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October 2012
Contents / home
Volunteers at the zoo
Let's stop hawkers
Vital role of our oceans
Holiday fun in the sun!
On the horns of a dilemma
Walkthrough aviary to open
Cape vulture chick born
Getting flamingo nests ready
Innovative magnetic sweeper
Bear necessities
ZooClub updates
Horned baboon spider
Conservation Grapevine

Creating awareness of the vital role of our oceans

The theme of this year's National Marine Week, which took place from 8 to 12 October, was "Southern Ocean - It is the small things that count".

The Department of Environmental Affairs (DEA) celebrated National Marine Week on 10 and 11 October at the National Zoological Gardens. The NZG's Department of Conservation Education and Public Engagement in Science taught visiting learners more about our oceans, the benefits derived from them and the need for sustainable conservation.

An NZG education officer tells the learners more about the amazing biodiversity of our oceans.   Excited learners explore one of the interesting display stations in the NZG Aquarium.   The NZG's African penguins create footprint paintings to celebrate International African Penguin Awareness Day.
The seal show was specially commissioned for this year's National Science Week celebrations.   This year's theme, "Southern Ocean - It is the small things that count" was chosen to emphasise the vital role that plankton plays in marine ecosystems.

On 10 October, Makgetse High School visited the NZG for a day of presentations and talks at various display stations throughout the Aquarium. The NZG's two adopted schools, Saulridge Secondary School and Soshanguve Secondary School visited the National Zoo on 11 October to celebrate National Marine Week in style. Each learner received a school backpack filled with Marine Week stationery, marine posters and a cap that was worn proudly while they walked around the Zoo.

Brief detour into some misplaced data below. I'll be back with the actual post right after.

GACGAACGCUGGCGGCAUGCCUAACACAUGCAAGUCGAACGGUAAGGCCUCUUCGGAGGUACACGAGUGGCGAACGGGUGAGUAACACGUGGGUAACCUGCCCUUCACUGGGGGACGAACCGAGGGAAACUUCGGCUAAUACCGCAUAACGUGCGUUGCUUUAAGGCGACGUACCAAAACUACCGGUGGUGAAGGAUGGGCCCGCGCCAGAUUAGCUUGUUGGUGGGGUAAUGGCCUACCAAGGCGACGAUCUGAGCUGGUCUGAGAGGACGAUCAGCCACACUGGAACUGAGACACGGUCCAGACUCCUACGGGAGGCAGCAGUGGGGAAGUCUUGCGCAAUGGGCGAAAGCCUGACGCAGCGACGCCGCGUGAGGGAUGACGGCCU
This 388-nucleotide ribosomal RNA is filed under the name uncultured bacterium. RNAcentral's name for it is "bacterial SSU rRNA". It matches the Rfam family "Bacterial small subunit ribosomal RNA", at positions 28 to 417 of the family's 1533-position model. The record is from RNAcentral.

A special seal show was performed for the schools and some learners were lucky enough to see the African penguins creating footprint paintings that were used to celebrate African Penguin Awareness Day.

Penguin Awareness Day

On 13 October, the African Penguin Awareness Day celebrations at the zoo provided a fitting conclusion to the week's marine awareness initiatives.

A rapid decrease in the numbers of African penguins has led to their status being changed from Vulnerable to Endangered on the IUCN Red List of Threatened Species. To raise awareness of the plight of the African penguin, a day has been selected to create awareness of this species.

The Animal Keepers Association of Africa (AKAA) took a proactive approach to this problem by launching the Penguin Promises Campaign in 2011 and introducing the "Waddle for a Week" initiative - which sees penguin lovers waddle from Gansbaai to the Simon's Town Boulders Beach penguin colony.

African Penguin Awareness Day at the NZG took the form of talks about the African penguin, face painting, colouring-in stations, quizzes, a waddling competition and having a photograph taken with the penguin mascot. Visitors could also watch African penguins having fun with their enrichment programme -- chasing after bubbles and inspecting themselves in mirrors. The public were able to watch the penguins feed while nibbling on their own "penguin cookies" that were for sale.

With the help of the NZG staff, AKAA members, volunteers and Friends of the Zoo, African Penguin Awareness Day was a huge success and contributed towards saving this endangered species.

What is National Marine Week?

About 70% of the Earth's surface is covered by ocean; yet our knowledge of the oceans is limited.

Marine life has been celebrated in a number of ways since 1988, bolstered by government endeavours to create awareness for marine conservation. National Marine Week is celebrated in South Africa during the third week of October. The objective is to create national awareness of our marine and coastal environments and to promote sustainable use and conservation of marine resources for present and future generations.

National Marine Week aims to instil a sense of pride in the oceans surrounding our country as well as our 3000-km plus coastline. A better understanding of our oceans and the rich biodiversity they sustain is expected to lead to advancements in science and technology and management plans towards conserving our oceans.

Claire Fordred, NZG Intern

Zoo and Aquarium Visitor